Slaughter (1995) put forward the idea of ‘foresight’ as a human capacity and quality, in contradistinction to the widespread notion that the ‘future’ is somehow outside us. In sharp contrast to a future state independent of human consciousness, Slaughter located the future in human consciousness, in our human capacity to cognize consequence, change, difference, temporality. The future, he argued, is therefore a principle of present action (Slaughter 2004). The images we hold of our futures can and should inform wise action in the present.
This simple idea represents a radical departure from previous epistemologies of time, from a fixed and unitary notion of the future to one where ‘the future’ is a projection of consciousness and culture. This embodied and constructivist concept of the future points toward the need to build ethnographic and sociological understandings for how various communities cognize time differently, and how human consciousness and culture mediate decisions and action.
In a number of professional settings, foresight informs action in a variety of ways.
In the area of policy, governments at various scales are engaged in a variety of decisions, many which will have enduring effects over decades and may be difficult to undo. Policy foresight helps regions to understand long-term social and ecological changes and challenges, to develop adequate responses.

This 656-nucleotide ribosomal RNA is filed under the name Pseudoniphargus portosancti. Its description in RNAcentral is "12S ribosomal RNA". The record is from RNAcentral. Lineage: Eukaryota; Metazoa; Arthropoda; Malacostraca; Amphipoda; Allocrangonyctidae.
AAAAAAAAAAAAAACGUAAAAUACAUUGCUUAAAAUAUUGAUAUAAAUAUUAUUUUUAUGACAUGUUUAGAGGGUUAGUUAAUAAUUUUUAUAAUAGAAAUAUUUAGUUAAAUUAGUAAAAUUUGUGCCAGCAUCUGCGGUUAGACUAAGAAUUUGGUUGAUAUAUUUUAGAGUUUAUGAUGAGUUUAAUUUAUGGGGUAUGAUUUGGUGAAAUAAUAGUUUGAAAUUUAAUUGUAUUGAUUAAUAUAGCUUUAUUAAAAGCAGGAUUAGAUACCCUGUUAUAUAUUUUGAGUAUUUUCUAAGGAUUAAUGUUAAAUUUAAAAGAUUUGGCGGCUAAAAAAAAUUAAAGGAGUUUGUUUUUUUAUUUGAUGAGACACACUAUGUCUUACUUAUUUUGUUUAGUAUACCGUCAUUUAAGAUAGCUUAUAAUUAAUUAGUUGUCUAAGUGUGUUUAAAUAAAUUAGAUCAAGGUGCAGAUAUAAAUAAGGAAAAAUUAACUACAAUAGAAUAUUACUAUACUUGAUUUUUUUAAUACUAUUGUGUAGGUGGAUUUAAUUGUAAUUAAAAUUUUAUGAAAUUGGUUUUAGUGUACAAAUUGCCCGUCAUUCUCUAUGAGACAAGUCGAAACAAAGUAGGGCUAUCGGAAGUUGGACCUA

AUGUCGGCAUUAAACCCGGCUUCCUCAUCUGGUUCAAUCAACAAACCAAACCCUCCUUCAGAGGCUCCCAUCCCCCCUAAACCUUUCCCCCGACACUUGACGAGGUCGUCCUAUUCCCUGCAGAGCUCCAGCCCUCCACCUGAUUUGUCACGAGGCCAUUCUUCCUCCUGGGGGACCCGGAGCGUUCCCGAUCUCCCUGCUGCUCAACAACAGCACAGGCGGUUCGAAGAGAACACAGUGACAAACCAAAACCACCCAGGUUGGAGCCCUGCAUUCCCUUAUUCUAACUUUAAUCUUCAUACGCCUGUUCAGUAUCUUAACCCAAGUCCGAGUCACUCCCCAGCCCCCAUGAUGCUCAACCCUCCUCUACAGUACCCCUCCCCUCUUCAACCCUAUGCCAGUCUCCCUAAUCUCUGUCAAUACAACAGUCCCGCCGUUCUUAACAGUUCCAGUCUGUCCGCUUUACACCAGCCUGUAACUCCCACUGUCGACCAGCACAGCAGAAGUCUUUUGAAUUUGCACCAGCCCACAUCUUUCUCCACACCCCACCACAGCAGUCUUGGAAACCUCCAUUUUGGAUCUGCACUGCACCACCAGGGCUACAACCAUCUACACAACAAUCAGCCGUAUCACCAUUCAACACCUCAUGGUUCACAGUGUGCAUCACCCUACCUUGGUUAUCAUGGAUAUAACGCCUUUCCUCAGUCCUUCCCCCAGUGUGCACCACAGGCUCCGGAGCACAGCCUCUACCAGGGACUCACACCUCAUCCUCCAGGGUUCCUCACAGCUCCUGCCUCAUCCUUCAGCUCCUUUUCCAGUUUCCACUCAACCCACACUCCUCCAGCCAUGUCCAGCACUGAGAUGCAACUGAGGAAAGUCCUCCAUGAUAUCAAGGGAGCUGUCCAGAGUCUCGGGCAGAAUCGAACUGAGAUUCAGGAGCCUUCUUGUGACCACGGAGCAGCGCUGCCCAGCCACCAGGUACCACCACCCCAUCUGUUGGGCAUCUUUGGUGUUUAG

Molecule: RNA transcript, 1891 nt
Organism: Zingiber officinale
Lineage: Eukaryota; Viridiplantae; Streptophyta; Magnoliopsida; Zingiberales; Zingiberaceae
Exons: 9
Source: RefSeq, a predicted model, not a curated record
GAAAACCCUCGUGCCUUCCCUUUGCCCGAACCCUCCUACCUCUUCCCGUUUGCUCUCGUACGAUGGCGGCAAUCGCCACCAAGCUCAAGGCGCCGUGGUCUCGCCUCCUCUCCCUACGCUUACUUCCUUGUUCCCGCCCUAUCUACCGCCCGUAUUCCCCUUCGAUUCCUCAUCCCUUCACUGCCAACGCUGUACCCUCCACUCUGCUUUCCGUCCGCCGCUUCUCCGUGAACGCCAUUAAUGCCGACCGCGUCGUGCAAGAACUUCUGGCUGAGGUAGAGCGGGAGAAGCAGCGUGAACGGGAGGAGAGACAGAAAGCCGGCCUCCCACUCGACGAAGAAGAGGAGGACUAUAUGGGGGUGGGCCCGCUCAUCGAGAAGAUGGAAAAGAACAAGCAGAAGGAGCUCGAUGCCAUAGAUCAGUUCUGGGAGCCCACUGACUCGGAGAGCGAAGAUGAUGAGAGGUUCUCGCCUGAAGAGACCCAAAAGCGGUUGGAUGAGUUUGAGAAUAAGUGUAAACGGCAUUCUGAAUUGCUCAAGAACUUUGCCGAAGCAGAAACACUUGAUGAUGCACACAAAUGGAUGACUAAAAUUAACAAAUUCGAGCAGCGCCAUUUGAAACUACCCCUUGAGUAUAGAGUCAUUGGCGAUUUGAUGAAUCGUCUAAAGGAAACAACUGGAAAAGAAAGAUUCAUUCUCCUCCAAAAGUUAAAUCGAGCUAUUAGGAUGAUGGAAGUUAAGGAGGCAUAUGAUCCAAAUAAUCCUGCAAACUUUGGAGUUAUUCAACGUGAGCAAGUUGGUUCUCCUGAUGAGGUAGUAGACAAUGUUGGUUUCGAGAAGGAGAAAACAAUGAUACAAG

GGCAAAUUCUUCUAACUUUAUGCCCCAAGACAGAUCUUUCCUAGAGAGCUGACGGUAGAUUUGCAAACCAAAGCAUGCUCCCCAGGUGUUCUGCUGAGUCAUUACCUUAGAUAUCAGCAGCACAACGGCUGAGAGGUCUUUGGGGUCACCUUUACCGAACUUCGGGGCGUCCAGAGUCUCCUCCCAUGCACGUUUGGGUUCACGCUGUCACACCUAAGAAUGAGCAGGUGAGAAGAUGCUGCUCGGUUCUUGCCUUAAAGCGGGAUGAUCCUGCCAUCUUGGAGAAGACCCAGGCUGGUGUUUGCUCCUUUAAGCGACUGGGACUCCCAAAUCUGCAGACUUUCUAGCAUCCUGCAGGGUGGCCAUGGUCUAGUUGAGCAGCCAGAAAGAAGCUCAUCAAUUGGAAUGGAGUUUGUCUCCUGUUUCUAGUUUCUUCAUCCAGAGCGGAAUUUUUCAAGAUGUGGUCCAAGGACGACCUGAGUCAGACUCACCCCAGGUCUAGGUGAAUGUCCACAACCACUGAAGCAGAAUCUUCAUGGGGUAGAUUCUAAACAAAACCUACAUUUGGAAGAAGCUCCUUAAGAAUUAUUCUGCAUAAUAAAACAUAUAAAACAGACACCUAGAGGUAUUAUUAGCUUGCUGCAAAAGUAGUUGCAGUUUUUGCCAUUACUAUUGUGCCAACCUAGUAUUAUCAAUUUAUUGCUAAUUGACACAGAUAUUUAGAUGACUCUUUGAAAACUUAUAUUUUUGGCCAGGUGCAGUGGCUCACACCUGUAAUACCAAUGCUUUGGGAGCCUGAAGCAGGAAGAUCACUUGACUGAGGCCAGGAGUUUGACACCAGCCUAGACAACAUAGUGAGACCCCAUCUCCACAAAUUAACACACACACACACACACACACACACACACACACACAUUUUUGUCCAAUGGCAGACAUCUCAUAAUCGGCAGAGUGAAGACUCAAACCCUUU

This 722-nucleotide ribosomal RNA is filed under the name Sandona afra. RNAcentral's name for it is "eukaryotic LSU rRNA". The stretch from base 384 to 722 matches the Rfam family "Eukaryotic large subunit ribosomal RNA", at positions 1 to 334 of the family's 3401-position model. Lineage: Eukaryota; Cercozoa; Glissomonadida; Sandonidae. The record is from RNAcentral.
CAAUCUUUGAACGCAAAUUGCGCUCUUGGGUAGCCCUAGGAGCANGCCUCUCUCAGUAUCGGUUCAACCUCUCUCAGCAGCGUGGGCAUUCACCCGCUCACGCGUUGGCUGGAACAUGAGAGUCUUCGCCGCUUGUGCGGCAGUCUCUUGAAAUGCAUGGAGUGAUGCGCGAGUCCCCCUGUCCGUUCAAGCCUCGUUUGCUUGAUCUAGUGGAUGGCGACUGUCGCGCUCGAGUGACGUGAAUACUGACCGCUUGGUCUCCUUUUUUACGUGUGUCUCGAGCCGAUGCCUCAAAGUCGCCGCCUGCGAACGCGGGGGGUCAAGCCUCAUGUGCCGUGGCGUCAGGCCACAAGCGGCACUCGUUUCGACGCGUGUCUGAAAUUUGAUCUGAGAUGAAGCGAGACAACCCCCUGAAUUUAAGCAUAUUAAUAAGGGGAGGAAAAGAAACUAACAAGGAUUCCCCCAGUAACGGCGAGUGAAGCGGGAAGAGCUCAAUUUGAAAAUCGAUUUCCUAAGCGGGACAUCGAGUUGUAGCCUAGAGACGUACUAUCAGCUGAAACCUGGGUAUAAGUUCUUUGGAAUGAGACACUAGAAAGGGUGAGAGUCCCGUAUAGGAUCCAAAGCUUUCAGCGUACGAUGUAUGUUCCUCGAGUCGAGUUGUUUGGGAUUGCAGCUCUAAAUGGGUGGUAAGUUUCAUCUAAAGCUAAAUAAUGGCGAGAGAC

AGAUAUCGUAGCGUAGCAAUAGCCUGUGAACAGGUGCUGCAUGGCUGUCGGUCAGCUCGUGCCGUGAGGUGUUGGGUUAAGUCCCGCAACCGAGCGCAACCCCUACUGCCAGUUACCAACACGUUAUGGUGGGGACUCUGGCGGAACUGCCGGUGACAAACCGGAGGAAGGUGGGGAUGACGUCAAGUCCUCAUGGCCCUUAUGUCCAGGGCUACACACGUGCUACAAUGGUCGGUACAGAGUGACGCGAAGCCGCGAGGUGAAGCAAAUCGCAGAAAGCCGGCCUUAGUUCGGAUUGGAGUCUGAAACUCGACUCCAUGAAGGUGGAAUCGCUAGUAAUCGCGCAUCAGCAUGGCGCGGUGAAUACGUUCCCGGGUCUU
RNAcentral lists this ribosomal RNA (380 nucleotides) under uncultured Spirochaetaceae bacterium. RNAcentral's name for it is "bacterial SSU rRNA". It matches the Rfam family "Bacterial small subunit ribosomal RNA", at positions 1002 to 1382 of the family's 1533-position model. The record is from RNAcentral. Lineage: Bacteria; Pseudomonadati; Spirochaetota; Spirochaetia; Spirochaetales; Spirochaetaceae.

In the area of strategy, businesses require an understanding of how market, technology and policy shifts may create changes in their operating and transactional environments. Strategy foresight helps businesses discover opportunities, address the challenges of fast changing markets, and develop a social and ethical context for business decisions.
In the area of innovation and design, foresight can inspire design concepts, social and technical innovations that have a future-fit, rather than only a present-fit. Design and innovation provide the ‘seeds of change’ interventions that can, over many years, grow to become significant change factors, leverage for desirable long-term social change.